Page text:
- Provide exercise (if you aren’t already) such as yoga, running, providing bikes to cycle to work
- Consider starting work later to dedicate time to mindfulness in the morning
- Encourage workers to take their lunch break, to walk, to sit in a quiet place, or to read – any activity of their choice to relax
4. Provide counseling
Globally, more than 300 million people of all ages suffer from depression. Amongst those newly diagnosed, only about a third get treatment. And it’s even lower among minorities and people who are older.
Financial experts, American Express have an award-winning mental health program.
The Healthy Minds program provides part-time counselors at each employee clinic and has hired a clinical psychologist to run the employee assistance program to continuously improve its services.
Tips for providing counseling services
- Make sure you provide free online or 24/7 telephone counseling
- Pay or part pay for counseling services, so your employees know the organization sees it as important
- Provide information to employees about counseling services provided by the government and by charities and how to refer themselves also
5. Create quiet places at work
A study found two minutes of silence to be more relaxing than listening to ‘relaxing’ music, based on changes in blood pressure and blood circulation in the brain.
Health insurer Medibank offered its staff a choice of more than 26 types of work settings, ranging from indoor quiet spaces and collaborative hubs to wifi-enabled balconies and places to stand and work.
Four months after moving into the new HQ, it surveyed employees – and found that 70% said they were healthier and 66% reported they were more productive, while its call center wing had seen a 5% fall in absenteeism.
Provide quiet, safe, de-cluttered zones that workers can go to, to break away and decompress. This will have a positive effect on everyone’s mental well-being and avoid stress escalating.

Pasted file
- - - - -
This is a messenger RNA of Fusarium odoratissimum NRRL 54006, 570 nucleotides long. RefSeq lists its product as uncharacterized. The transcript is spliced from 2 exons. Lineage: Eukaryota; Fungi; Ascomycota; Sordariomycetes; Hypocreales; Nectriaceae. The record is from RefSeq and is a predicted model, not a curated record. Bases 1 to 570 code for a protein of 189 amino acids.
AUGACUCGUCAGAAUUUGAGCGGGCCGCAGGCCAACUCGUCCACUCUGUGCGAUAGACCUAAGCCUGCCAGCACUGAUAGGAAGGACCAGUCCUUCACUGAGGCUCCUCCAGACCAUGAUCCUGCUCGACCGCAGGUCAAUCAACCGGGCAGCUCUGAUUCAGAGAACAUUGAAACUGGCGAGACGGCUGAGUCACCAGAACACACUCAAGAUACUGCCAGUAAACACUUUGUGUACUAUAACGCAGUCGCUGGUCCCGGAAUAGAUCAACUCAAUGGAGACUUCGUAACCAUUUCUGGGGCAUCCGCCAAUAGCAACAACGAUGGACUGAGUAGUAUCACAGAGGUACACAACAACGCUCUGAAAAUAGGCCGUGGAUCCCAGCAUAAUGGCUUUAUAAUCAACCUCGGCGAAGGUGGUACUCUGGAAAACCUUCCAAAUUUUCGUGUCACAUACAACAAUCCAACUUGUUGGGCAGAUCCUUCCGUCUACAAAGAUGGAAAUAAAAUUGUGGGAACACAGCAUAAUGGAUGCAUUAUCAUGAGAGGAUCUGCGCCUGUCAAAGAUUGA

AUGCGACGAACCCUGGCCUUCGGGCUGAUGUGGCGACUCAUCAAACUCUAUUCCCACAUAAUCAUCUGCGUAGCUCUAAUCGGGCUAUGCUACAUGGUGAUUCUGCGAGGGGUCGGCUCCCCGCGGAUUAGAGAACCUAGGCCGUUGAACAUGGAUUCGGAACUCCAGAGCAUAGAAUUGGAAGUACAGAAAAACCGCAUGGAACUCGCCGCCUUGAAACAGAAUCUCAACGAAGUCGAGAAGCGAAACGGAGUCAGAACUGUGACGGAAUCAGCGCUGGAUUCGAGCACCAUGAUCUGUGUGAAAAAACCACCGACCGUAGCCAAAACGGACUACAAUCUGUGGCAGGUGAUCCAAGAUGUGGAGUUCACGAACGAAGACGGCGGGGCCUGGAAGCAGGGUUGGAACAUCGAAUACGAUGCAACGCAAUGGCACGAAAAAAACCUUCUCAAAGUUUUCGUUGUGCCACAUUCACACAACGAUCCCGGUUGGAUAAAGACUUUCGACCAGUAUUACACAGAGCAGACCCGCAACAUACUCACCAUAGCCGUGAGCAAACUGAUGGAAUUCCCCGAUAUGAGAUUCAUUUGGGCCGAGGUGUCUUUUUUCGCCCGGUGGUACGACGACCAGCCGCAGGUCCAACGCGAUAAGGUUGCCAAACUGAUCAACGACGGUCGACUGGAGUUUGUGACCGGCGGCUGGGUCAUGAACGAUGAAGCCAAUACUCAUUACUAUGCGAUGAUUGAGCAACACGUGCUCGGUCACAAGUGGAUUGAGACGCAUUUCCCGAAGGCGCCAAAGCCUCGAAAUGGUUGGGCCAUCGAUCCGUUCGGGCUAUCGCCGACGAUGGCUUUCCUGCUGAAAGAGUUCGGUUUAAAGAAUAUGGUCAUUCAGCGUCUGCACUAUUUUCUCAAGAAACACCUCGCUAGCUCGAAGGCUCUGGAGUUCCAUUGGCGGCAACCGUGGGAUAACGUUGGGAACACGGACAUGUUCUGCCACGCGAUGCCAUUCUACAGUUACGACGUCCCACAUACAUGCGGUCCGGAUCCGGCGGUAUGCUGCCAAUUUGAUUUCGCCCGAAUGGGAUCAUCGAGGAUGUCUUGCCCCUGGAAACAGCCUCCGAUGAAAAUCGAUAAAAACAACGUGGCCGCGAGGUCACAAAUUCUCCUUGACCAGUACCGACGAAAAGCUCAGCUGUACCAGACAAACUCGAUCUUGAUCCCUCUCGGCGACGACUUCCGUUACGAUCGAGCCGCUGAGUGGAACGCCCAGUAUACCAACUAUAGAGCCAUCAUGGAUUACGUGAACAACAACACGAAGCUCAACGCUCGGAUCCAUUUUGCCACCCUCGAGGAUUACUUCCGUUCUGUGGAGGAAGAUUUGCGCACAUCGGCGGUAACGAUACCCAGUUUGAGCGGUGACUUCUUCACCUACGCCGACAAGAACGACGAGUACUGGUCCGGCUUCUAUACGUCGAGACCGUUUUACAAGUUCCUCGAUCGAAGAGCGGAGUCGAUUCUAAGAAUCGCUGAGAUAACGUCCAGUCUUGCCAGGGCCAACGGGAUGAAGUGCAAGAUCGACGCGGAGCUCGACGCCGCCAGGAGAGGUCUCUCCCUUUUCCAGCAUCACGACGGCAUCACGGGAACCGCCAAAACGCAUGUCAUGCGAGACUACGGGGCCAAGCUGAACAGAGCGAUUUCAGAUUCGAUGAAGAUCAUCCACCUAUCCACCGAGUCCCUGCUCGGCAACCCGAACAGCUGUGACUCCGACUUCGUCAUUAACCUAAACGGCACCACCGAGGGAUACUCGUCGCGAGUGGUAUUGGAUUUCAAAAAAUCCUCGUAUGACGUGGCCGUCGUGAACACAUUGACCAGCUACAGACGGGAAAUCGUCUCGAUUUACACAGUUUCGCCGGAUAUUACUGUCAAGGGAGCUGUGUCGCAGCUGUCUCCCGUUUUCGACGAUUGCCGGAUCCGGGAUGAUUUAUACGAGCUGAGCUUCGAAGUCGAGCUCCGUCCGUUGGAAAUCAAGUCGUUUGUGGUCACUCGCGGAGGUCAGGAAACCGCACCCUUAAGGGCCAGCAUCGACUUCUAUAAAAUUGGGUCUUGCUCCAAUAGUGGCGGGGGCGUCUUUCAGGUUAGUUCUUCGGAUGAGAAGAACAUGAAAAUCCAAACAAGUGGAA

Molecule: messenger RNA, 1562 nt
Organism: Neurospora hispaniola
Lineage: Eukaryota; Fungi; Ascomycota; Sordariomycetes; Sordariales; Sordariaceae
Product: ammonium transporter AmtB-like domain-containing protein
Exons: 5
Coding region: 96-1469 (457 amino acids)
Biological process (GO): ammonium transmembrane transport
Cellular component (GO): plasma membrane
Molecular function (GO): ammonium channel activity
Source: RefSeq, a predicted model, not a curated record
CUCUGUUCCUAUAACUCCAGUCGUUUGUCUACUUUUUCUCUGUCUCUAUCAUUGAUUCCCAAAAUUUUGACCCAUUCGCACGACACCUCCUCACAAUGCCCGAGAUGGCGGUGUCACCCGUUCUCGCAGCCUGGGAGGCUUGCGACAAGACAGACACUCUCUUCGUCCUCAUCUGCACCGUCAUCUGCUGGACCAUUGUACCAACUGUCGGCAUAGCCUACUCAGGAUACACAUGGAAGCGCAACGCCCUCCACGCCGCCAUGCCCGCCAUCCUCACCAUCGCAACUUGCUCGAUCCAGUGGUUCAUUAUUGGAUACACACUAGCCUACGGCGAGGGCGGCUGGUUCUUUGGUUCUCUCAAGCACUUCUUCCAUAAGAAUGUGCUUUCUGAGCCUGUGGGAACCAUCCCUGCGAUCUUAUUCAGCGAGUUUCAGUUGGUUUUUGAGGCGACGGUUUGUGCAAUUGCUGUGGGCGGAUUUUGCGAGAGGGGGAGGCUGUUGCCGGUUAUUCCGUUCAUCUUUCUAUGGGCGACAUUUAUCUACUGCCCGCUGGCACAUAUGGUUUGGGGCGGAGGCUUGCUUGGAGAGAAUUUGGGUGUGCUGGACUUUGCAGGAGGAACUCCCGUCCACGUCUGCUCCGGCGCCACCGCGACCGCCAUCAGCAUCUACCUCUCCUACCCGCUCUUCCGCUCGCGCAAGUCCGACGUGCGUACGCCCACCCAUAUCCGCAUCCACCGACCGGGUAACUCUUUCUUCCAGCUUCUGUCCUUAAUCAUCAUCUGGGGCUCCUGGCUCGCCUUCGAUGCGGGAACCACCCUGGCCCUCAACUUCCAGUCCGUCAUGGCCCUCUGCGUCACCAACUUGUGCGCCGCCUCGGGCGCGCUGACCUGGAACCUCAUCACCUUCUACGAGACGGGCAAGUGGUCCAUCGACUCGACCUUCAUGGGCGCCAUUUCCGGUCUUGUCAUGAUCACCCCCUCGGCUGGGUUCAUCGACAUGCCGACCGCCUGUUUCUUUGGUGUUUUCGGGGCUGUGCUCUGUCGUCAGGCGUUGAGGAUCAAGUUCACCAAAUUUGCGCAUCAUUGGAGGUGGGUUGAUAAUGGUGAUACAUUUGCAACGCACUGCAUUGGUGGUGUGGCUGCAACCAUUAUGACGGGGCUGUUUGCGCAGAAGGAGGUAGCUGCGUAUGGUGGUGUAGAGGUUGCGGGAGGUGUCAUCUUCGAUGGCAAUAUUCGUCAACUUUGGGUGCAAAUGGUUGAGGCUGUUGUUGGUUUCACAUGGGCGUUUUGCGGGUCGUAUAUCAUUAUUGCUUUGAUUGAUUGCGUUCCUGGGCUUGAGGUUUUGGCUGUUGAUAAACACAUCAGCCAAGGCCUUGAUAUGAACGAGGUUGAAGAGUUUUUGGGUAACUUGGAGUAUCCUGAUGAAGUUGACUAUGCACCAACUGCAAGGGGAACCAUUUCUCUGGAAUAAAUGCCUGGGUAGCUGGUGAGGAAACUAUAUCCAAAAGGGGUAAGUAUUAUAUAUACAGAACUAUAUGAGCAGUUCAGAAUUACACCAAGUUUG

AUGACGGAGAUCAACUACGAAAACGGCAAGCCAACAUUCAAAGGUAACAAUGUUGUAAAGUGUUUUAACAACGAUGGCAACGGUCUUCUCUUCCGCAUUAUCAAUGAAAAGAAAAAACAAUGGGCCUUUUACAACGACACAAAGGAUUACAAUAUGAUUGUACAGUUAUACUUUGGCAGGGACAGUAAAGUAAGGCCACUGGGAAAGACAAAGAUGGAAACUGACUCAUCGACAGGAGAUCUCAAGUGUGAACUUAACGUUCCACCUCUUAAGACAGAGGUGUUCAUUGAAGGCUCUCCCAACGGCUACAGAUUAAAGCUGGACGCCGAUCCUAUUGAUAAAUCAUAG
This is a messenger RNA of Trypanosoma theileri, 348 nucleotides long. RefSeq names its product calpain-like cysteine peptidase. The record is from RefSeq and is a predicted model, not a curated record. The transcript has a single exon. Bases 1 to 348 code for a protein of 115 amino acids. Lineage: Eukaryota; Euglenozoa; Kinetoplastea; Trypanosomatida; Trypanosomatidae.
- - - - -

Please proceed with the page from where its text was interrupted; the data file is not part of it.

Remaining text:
How to create quiet places at work
- Create a quiet, relaxing, ‘no phone’ zone with plants – nature has a proven positive effect on general wellbeing
- Designate a part of a garden, if you have one
- Provide guided meditations and visualizations employees can use in the quiet place to reset, refocus and relax
6. Provide flexible working
81% of employees we polled placed importance on flexible working.
At streaming service Netflix, employees don’t observe traditional 9-to-5 workdays or prescribed holiday and vacation schedules. They have the flexibility to choose what’s important to them, especially when their ‘mind and body need a break’.
Giving employees the flexibility to choose their schedules and offering generous parental leave can alleviate many of the causes of stress.
How to promote flexible working
- Have a policy on flexible working. This should focus on productivity rather than hours worked
- Provide the technology to work remotely
- Provide discrepancies for workers with mental health issues, working with them to a find the best balance of remote vs. office working. If they are returning from work after a bout of mental health illness, you could phase their return so they can start working from home and eventually come in. Also, you could alter their working hours in order to help with specific times that trigger anxiety such as the morning or afternoon rush hours, for example
The importance of getting mental health wellbeing and support right
Mental health issues could have a devastating effect on your people and in turn your business. Create a workplace environment where people can be themselves and can access the support they need.
As well as a legal duty to adjust for workers with long-term mental health illness, businesses have a moral duty to ensure that as many people as possible stay in work despite their mental health issues.
If you get it right, you could even prevent stress from escalating into much more serious mental health issues, helping your workers to be happier and healthier – something every true People Company wants.